With no repeat of last year’s Beast from the East snowstorms and a later Easter pushing back holiday spend, the online retail industry recorded growth of just +5% Year-on-Year (YoY) in March against a tough comparator last year, according to the latest IMRG Capgemini eRetail Sales Index.
While still positive growth, this subdued performance fell significantly below the 3- (+7.5%), 6- (+7.1%) and 12- (+10.2%) month rolling averages. Breaking it down further, online-only retailers saw marginally better results – growing +8.9% versus multichannel retailers’ +5%.
Across the sectors the impact of a late Easter was most apparent in Home and Garden, which saw its impressive growth trajectory from earlier in the year slow to just +1.6% YoY. Meanwhile despite a strong performance in Footwear (+16.7%), the Clothing sector continued its five-month run of single digit growth (+3.7%), and both Electricals and Gifts saw sales plummet by -26% and -22.1% respectively.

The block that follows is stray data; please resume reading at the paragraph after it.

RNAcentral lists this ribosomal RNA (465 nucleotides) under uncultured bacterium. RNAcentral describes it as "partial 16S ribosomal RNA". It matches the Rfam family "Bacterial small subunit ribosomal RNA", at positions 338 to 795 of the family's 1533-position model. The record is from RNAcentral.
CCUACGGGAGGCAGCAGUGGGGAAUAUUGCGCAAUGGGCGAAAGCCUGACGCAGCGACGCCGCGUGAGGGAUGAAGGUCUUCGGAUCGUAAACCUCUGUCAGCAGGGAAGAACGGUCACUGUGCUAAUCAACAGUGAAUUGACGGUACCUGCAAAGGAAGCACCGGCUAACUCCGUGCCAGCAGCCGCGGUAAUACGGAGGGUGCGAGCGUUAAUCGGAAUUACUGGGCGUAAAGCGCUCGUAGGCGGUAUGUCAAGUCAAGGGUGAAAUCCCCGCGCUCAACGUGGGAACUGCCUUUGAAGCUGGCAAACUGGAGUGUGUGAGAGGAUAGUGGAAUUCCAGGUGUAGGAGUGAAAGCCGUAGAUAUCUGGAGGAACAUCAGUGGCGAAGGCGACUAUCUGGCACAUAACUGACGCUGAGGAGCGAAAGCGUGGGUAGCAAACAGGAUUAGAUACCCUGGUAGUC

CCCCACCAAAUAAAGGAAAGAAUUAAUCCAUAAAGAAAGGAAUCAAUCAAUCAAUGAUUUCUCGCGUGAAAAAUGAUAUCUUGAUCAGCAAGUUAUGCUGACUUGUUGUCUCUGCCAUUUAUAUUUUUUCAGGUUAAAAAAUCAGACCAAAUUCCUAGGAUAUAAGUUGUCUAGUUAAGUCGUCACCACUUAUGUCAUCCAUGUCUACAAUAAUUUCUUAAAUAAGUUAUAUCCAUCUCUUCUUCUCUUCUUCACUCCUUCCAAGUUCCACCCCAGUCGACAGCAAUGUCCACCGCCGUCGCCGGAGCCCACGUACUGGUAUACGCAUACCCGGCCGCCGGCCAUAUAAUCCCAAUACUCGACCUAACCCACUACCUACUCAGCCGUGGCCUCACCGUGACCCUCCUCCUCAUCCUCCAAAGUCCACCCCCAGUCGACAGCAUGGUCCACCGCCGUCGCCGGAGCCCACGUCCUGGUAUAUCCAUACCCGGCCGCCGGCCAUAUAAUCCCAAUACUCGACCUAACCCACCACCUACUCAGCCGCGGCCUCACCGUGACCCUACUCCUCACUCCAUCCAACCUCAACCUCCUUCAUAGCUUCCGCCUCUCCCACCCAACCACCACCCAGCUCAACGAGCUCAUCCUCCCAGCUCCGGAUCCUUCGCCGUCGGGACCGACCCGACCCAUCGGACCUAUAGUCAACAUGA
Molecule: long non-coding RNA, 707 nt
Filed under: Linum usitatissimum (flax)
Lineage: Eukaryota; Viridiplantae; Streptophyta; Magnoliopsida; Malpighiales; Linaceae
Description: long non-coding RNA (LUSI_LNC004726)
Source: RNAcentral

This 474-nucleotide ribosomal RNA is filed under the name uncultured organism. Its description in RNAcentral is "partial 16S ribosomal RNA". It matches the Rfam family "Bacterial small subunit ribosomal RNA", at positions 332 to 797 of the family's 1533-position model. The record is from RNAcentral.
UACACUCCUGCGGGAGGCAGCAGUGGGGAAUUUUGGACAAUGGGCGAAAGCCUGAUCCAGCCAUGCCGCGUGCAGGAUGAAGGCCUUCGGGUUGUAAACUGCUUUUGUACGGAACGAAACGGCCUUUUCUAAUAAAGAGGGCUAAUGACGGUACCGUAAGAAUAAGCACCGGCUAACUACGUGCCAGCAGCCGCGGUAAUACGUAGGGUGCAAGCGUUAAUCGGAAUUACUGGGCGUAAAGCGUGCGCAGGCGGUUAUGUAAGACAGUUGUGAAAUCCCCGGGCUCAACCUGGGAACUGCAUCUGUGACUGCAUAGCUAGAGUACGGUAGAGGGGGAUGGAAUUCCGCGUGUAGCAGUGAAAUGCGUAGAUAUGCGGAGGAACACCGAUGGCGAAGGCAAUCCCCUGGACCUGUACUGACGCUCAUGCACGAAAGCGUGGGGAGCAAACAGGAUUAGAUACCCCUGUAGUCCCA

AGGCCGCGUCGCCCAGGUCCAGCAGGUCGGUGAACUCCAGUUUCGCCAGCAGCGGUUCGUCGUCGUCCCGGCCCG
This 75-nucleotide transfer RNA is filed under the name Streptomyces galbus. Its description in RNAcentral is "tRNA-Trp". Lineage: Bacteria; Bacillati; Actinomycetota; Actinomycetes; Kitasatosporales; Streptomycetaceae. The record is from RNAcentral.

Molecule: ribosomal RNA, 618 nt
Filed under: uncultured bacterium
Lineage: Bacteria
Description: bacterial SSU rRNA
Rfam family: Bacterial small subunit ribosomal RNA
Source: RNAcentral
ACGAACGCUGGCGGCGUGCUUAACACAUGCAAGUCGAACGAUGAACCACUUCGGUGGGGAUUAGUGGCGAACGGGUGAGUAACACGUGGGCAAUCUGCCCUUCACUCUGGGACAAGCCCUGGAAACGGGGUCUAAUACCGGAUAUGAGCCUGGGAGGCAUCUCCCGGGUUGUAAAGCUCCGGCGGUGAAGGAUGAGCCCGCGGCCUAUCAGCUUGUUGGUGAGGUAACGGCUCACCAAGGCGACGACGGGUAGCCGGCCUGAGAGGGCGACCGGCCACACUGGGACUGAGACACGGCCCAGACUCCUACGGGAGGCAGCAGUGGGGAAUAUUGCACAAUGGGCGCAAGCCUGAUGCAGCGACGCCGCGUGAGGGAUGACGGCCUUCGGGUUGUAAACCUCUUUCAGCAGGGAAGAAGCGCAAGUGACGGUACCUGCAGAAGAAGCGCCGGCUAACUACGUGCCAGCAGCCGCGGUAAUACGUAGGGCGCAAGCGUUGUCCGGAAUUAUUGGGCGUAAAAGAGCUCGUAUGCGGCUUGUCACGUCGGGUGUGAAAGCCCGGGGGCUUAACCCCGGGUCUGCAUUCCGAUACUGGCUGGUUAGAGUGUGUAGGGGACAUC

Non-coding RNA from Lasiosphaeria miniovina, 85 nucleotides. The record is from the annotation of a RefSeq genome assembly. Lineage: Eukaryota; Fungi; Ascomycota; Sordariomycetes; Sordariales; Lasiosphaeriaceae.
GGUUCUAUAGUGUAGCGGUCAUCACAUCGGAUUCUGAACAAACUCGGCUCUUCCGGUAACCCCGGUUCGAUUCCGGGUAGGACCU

In contrast Health and Beauty had yet another strong month of sales (+15.6% YoY), with Beauty outperforming the rest of the sectors with a +19.8% increase – perhaps due to a few celebrity beauty line launches last month.
Andy Mulcahy, strategy and insight director, IMRG, said: “While on the surface of it +5% growth may not seem very positive, there are actually two possible interpretations. On the one hand it looks bad as it’s below the 3-, 6- and 12-month rolling averages of +7.5%, +7.1% and +10.2% respectively; it’s also the lowest of the first quarter of 2019. On the other hand, this growth is against a strong base from March 2018, which featured Easter (home and garden online sales were down -15% in the equivalent week in March this year) and freezing temperatures that kept people away from high streets and boosted online sales in 2018.
“As Easter fell in April this year, the growth rate for that month will determine whether March’s performance can be considered good, bad or indifferent given those factors – not to mention the continuing general macro-economic pressures on retail.”